The Answer to New Employee Retention - Not Just Onboarding
Newly hired employees quitting is a huge burden. Not only does it consume recruiting resources, but also slows down the progress of the internal teams involved. Moreover, high new employee turnover negatively affects overall business growth.
The standard HR playbook for preventing new hires from leaving is to create and improve onboarding processes. But while a good onboarding experience definitely helps new hires acclimatize into an organization, it doesn't address another root cause of the issue: mismatched expectations.
The scale of the issue - how many new hires are quitting?
According to a study by Jobvite, approximately 30% of new hires quit their jobs within the first three months of employment. In a survey by Robert Half, 91% of respondents admit considering quitting within the first month at a new job, while 28% actually do. In other words, about one-quarter to one-third of new hires quit within the first 90 days!
To put these numbers into perspective, the average cost of hiring a new employee is about $4,700, according to SHRM HR Benchmarking Report 2022. Therefore, for a hypothetical company of 1000 employees, using the average U.S. annual turnover rate of 18%, the recruiting costs associated with early turnover alone would amount to a conservative estimate of almost a quarter million dollars.
Disclaimer: These are some back-of-the-napkin maths for establishing a generalised idea, based on averages. The real numbers, of course, differ highly from company to company and role to role.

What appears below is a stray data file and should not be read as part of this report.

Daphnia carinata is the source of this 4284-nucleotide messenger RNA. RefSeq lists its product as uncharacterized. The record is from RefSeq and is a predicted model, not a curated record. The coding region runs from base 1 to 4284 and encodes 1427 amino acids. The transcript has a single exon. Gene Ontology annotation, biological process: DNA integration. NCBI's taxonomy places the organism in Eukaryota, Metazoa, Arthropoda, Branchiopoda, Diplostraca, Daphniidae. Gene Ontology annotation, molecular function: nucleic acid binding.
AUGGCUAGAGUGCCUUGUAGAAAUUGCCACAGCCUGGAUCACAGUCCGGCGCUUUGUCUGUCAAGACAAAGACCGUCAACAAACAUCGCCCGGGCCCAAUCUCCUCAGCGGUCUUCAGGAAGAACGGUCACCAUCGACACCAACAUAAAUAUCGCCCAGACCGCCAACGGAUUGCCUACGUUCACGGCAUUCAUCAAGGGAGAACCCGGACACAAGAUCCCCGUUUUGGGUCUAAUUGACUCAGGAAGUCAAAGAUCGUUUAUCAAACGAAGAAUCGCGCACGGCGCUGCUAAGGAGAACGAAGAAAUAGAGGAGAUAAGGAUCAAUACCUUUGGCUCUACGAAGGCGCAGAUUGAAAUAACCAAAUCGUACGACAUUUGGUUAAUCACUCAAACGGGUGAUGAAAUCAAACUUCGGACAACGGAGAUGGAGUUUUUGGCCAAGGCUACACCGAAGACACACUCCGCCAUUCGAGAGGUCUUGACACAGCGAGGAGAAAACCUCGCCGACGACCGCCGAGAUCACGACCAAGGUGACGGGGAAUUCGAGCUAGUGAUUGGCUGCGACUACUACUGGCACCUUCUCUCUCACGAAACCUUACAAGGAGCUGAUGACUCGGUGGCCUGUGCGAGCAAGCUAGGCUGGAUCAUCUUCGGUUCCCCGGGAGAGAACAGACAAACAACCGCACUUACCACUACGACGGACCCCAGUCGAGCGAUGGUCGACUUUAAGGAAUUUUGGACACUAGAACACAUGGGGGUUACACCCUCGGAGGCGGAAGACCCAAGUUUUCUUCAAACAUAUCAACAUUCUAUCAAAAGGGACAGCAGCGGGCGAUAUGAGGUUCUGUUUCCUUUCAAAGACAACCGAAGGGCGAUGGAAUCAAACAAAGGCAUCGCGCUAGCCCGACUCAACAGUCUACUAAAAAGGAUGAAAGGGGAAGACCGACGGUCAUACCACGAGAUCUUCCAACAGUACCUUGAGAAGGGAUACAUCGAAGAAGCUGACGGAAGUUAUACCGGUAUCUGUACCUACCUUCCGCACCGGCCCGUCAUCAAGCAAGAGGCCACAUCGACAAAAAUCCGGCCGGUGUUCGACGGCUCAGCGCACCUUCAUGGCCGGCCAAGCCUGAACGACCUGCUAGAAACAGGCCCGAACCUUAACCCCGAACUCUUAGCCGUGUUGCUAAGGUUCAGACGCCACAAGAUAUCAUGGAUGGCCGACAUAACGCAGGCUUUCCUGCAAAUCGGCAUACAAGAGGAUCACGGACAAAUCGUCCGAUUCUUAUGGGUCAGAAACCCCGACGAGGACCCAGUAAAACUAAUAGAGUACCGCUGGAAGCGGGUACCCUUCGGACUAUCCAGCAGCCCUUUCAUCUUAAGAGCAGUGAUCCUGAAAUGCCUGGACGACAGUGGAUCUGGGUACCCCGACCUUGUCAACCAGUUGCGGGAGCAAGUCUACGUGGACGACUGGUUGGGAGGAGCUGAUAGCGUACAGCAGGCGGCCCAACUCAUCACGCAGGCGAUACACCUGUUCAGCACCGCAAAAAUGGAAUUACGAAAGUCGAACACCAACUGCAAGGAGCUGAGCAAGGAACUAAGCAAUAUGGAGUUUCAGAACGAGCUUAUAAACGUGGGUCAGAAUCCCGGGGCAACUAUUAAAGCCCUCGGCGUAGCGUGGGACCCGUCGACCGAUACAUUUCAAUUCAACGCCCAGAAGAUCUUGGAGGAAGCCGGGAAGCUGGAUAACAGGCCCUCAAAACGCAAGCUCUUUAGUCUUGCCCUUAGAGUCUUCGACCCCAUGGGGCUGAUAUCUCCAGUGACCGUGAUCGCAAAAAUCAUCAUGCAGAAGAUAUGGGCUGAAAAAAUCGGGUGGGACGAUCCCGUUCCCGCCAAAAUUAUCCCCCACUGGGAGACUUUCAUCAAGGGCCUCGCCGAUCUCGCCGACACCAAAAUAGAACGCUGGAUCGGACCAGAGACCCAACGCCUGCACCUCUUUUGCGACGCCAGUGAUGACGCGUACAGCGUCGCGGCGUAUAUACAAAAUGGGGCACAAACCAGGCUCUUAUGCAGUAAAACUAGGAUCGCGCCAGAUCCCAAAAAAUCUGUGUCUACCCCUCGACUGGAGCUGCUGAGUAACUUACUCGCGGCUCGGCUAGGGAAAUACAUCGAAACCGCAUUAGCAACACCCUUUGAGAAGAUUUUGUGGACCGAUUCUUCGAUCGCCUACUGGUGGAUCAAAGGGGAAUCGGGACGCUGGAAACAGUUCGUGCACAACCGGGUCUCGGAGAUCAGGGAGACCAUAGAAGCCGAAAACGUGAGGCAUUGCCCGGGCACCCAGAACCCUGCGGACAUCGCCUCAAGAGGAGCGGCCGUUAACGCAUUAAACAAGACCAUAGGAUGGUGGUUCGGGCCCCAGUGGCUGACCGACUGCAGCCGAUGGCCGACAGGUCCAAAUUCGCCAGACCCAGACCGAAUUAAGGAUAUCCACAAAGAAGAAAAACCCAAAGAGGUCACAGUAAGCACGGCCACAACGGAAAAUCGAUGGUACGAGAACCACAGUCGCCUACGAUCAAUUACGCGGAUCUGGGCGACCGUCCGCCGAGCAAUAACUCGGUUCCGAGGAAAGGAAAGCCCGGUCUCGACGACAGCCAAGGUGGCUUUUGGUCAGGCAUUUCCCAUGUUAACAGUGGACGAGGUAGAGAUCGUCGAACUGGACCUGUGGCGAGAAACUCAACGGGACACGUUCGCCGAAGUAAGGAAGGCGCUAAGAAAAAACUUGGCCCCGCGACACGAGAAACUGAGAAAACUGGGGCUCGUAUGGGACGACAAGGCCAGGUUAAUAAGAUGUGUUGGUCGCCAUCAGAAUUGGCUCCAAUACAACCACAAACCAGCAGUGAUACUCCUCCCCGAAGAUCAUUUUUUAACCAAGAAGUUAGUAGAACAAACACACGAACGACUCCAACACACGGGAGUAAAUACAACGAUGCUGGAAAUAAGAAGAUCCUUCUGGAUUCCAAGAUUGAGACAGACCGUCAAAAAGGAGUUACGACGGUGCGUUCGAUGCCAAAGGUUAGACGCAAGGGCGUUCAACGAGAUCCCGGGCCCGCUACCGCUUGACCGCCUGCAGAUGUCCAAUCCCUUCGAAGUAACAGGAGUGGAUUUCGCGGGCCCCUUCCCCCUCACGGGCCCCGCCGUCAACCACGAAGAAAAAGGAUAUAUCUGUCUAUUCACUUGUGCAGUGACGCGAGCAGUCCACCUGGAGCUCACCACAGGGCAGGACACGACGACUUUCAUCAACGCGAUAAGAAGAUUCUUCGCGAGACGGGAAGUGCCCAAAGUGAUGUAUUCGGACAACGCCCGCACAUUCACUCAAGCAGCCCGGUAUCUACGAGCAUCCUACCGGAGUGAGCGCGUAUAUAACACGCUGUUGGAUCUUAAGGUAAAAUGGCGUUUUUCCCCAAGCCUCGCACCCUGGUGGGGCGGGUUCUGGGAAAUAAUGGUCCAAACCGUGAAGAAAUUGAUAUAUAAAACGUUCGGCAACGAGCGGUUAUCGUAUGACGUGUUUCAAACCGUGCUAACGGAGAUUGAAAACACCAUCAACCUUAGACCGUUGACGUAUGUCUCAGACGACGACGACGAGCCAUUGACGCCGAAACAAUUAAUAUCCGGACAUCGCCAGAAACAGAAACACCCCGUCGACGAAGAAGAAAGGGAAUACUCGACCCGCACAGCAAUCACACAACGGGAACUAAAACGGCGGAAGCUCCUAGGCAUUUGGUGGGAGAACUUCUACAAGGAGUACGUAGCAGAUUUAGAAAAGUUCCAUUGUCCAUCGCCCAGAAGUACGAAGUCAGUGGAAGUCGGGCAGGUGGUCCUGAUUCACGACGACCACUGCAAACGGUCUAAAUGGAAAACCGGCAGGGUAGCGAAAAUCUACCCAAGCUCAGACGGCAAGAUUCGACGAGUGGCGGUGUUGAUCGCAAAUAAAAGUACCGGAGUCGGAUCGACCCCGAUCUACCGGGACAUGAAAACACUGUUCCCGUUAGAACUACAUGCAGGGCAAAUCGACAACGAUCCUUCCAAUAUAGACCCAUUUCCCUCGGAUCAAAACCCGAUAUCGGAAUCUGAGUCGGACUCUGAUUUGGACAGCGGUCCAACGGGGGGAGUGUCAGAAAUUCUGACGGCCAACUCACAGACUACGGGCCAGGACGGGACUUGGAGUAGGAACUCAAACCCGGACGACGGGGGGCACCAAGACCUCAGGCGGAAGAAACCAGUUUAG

1000 (number of employees) x 18% (average U.S. turnover rate) x 28% (new employee quitting rate) x $4700 (average cost to hire) = $236 800
That’s without counting in losses for teams not operating at full capacity due to either missing employees or new employees getting up to speed. In conclusion, new employees quitting is a huge deal.
The cause(s) of employees quitting early
So what causes new hires to quit after only three months on the job? As you might have guessed, it's more a combination of factors rather than a single, straightforward reason. Forbes Council member and BrightHR CEO Alan Price cites mismatched employee expectations as the number one reason new hires quit early. The second factor, according to Price, is poor management experience, and the third - lack of opportunity. All of these aspects essentially boil down to managing new employee expectations.
What can we do?
Based on all of this, how do we reduce new hire attrition? The key word is consistency. We have to make sure that the culture and the expectation setting don't start with the onboarding, not even with the interview, but rather — with the job description. And most importantly, the messaging stays consistent throughout the hiring process, onboarding, and further employee training.
To achieve this, you must start including information about the role beyond requirements as early as possible - within the publicly available job posting. For example, include a 30-60-90 day plan, a day in the life section or perhaps a message from the hiring manager to let potential candidates know what it would be like to work at the company and allow them to make more informed decisions. At the end of the day, we're all interested in finding a great match on both sides, so try to be transparent and consistent instead of generic from the very beginning.
This way, not only can you attract more people to your open position by showcasing the open position, but also start qualifying candidates and therefore — the to-be new hire — more precisely even before the intro call.
Combined with a smooth hiring process and thought-out onboarding, this allows you to retain more of the new hires you’ve worked so hard to make as the position is more likely to be as advertised from the perspective of the new employee.
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